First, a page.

Veterans from one of the most significant surviving ships from the Second World War have been back on board to help celebrate the vessel's 75th birthday.
Former ordnance officer John Harrison, 99, and Arctic Convoy survivor Frank Bond, 89, joined other guests to toast HMS Belfast with champagne.
Permanently moored on the River Thames by Tower Bridge and a symbol of London, the light cruiser is now a museum following its sterling service in the 1939-45 conflict.
Mr Harrison was on board when the ship was hit by a magnetic mine in the early days of the war. There were few casualties but the vessel was out of action for three years.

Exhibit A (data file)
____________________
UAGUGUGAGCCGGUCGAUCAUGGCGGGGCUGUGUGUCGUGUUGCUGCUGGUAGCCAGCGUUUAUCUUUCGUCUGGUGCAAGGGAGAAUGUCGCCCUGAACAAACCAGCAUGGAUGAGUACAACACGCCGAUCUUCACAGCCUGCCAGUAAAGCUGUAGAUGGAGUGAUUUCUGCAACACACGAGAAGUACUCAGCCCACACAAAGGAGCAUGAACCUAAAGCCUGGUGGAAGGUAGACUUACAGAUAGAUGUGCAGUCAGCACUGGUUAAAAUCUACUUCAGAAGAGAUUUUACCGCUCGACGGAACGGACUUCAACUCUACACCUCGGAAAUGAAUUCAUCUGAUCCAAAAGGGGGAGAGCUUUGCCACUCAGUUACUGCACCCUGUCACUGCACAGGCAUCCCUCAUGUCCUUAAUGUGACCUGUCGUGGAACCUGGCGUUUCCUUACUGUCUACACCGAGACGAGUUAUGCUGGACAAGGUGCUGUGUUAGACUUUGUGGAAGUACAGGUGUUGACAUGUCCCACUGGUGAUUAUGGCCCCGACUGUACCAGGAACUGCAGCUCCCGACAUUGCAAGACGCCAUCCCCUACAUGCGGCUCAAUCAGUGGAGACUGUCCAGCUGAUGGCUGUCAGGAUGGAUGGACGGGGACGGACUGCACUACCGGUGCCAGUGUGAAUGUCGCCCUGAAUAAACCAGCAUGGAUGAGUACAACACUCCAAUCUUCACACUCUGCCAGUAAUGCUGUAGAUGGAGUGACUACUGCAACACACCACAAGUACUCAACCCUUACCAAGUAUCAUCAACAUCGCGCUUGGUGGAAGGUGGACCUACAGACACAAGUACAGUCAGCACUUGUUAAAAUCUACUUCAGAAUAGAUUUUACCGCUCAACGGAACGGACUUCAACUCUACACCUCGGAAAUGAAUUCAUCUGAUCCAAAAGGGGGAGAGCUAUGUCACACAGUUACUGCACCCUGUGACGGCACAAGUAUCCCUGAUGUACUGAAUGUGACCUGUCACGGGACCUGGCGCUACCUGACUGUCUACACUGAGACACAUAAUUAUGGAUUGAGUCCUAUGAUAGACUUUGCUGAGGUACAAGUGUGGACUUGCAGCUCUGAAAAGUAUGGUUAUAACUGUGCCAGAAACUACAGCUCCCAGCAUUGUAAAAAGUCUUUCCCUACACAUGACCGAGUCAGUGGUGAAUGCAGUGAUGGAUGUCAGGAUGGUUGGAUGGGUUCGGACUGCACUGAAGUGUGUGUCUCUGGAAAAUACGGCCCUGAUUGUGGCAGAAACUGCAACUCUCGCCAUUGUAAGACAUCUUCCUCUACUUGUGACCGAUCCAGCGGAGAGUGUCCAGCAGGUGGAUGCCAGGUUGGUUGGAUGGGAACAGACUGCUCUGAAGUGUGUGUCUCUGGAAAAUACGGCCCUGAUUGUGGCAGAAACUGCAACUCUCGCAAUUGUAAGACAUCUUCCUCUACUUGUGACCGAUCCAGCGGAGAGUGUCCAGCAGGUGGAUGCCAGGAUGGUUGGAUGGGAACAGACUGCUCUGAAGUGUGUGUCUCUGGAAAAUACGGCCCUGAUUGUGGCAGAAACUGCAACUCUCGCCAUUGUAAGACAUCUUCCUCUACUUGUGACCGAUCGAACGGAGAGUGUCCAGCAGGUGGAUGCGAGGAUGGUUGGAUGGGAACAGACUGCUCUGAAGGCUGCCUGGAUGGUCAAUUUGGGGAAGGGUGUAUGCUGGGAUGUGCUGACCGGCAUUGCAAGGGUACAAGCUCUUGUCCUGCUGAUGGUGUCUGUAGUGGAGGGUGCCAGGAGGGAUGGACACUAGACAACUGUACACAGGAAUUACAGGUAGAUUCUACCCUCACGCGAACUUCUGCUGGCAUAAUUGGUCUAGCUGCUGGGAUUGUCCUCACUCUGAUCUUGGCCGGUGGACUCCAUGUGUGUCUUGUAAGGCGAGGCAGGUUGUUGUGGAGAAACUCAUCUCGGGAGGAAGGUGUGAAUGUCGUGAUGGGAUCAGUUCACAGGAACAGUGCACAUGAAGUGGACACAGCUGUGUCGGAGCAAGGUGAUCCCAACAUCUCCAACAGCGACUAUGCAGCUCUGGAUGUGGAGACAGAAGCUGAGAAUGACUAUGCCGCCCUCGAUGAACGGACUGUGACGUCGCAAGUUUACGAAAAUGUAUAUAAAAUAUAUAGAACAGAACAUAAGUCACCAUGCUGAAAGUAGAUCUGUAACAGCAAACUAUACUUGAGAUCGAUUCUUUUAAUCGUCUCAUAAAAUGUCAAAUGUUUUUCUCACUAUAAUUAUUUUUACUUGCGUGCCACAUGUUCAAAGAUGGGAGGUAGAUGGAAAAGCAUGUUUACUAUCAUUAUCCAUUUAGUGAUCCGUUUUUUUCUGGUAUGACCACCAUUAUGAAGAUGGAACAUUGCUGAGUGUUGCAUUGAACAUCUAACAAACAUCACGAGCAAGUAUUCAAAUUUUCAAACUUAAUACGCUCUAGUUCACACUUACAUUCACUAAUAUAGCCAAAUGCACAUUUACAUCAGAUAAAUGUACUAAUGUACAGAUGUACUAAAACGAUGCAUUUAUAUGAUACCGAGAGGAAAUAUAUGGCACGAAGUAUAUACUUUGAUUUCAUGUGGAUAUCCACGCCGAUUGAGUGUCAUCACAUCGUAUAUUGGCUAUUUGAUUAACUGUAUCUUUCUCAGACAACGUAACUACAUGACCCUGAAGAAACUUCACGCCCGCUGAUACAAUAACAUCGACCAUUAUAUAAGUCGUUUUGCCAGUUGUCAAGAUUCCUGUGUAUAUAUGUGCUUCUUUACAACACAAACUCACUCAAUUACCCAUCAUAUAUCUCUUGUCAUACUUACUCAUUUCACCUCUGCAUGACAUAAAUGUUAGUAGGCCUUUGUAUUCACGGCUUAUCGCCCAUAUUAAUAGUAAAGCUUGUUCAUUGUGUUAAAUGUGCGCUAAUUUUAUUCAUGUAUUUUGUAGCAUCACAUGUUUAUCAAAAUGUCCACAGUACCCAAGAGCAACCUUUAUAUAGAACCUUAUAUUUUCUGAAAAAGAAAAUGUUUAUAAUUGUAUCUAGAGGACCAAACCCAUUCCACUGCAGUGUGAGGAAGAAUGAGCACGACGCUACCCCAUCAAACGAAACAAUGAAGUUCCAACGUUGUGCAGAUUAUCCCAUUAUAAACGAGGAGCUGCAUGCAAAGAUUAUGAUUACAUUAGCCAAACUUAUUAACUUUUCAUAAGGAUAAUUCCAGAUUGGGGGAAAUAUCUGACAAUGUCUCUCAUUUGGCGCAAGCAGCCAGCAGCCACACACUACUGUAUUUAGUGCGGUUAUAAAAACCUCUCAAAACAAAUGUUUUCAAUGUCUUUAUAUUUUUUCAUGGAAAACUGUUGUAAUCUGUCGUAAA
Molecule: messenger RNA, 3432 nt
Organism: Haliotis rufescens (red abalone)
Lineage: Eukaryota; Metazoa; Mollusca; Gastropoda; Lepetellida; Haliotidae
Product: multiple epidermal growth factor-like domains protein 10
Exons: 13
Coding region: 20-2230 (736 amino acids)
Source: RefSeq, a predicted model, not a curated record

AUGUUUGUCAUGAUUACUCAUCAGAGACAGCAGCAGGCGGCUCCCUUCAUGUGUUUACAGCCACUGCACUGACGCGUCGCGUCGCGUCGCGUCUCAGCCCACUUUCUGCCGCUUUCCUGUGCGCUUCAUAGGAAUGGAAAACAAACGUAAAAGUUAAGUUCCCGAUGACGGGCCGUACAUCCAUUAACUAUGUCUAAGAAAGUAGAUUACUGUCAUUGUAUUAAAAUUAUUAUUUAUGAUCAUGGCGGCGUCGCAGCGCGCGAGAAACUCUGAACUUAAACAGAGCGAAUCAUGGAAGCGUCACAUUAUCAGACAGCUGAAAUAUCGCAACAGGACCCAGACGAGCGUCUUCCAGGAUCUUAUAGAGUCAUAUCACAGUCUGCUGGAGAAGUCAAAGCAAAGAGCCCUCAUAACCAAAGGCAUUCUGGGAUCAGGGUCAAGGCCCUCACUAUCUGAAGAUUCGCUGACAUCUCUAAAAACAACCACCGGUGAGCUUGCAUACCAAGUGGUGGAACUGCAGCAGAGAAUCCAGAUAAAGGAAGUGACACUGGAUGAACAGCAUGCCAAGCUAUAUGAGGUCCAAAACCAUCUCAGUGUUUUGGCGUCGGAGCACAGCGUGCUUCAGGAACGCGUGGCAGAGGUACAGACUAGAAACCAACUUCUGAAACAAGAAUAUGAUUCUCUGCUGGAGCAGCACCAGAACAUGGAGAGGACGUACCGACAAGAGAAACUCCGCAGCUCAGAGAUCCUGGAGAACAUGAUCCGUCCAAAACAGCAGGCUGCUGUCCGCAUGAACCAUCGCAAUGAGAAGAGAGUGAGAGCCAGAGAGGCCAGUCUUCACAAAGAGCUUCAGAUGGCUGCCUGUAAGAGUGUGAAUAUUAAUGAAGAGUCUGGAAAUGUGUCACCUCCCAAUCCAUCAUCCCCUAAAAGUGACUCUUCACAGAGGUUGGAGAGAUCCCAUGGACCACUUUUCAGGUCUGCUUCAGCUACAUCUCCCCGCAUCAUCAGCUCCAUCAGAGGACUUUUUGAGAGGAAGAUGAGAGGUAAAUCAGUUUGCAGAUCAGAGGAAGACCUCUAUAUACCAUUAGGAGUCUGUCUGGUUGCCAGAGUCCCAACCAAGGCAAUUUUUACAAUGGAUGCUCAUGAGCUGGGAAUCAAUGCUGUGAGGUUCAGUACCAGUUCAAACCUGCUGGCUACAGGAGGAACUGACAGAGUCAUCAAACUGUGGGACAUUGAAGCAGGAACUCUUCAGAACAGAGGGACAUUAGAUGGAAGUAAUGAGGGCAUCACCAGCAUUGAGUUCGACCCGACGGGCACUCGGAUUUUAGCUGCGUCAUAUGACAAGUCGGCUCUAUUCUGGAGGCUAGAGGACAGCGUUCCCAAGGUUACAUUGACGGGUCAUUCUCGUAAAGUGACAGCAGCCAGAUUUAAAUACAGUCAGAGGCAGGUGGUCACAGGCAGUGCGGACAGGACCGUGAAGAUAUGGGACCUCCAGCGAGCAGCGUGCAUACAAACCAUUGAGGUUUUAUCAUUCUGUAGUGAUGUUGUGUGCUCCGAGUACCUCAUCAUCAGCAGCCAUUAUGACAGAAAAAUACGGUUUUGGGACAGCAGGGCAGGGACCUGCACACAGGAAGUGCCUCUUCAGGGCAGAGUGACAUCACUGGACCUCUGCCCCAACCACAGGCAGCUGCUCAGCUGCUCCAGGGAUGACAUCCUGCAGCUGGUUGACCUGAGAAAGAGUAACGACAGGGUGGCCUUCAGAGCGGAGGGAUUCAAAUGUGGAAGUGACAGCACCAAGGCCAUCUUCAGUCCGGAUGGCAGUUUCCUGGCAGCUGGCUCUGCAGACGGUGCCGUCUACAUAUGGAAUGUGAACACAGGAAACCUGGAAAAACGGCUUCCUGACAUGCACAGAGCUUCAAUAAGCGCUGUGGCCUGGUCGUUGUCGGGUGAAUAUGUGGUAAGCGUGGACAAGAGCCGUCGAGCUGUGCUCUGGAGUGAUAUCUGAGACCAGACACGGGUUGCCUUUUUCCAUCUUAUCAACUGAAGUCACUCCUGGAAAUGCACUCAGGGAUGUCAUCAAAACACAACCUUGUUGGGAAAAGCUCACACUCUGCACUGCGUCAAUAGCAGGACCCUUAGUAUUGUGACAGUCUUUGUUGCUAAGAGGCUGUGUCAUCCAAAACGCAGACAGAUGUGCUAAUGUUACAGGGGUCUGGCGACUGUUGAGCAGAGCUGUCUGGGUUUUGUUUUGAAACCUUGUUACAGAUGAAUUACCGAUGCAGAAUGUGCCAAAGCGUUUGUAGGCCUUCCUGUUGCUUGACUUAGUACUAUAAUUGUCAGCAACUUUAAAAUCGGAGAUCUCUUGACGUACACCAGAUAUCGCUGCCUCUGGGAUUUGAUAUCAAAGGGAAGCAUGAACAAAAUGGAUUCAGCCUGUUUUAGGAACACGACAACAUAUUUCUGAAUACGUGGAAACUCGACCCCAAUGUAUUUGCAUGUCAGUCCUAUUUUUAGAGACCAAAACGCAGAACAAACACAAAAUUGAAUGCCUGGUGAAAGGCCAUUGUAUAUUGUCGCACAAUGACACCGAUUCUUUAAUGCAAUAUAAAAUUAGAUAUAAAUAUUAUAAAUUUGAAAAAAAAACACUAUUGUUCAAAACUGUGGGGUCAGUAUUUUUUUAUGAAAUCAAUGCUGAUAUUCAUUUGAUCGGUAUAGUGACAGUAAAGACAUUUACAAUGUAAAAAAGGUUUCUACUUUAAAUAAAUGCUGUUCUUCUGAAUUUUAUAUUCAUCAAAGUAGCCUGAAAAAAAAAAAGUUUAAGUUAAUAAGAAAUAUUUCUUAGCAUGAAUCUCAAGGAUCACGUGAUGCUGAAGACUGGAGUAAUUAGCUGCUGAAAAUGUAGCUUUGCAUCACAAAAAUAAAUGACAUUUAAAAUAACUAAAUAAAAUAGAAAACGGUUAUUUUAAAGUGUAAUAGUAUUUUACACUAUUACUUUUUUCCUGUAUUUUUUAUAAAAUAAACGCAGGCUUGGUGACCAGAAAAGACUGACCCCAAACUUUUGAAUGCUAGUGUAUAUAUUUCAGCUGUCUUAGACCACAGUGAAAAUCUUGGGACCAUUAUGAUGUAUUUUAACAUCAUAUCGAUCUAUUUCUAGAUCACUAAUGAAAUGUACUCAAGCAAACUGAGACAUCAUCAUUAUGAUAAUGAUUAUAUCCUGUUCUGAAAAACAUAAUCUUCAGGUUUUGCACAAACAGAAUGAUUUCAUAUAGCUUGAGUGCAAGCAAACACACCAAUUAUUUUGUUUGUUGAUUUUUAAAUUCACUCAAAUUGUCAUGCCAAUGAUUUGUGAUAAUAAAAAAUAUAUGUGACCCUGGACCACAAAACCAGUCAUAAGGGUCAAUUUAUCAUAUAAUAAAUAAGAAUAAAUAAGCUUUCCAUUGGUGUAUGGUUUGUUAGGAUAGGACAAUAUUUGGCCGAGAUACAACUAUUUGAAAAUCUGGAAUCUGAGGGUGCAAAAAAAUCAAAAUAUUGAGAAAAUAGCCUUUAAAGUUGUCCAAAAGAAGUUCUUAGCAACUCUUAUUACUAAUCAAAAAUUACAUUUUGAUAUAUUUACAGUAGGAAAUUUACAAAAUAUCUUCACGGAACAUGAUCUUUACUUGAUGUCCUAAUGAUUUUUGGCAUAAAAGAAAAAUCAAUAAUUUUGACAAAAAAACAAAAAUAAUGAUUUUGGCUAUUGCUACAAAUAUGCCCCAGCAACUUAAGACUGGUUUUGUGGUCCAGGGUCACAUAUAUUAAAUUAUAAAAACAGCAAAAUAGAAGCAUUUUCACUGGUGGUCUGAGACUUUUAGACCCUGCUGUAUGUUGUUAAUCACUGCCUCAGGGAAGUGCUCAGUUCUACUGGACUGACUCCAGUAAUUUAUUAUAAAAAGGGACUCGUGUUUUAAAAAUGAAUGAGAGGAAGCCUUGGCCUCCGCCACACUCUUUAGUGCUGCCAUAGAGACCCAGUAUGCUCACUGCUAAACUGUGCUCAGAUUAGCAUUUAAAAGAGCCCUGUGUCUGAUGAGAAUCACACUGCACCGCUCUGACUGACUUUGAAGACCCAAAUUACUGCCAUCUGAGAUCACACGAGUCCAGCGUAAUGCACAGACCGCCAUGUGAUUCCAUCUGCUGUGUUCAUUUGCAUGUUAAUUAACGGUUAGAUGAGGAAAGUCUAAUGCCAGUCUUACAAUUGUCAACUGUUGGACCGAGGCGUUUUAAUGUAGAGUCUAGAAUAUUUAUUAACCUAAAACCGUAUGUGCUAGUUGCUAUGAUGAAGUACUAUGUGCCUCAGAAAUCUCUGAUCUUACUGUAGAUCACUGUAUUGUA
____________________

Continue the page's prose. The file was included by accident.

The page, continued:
After that HMS Belfast protected the Russia supply route Arctic Convoys and also spent five weeks supporting the D-Day landings of summer 1944.
Belfast also served in the Korean War from 1950-52 before it was retired from service in 1963.
Brought later to London, the ship opened to the public on Trafalgar Day, October 21, 1971.
London Mayor Boris Johnson said: "HMS Belfast is an iconic monument to Britain's naval history, which sits proudly on the Thames.
"Here's to many more years of this great ship watching over our city."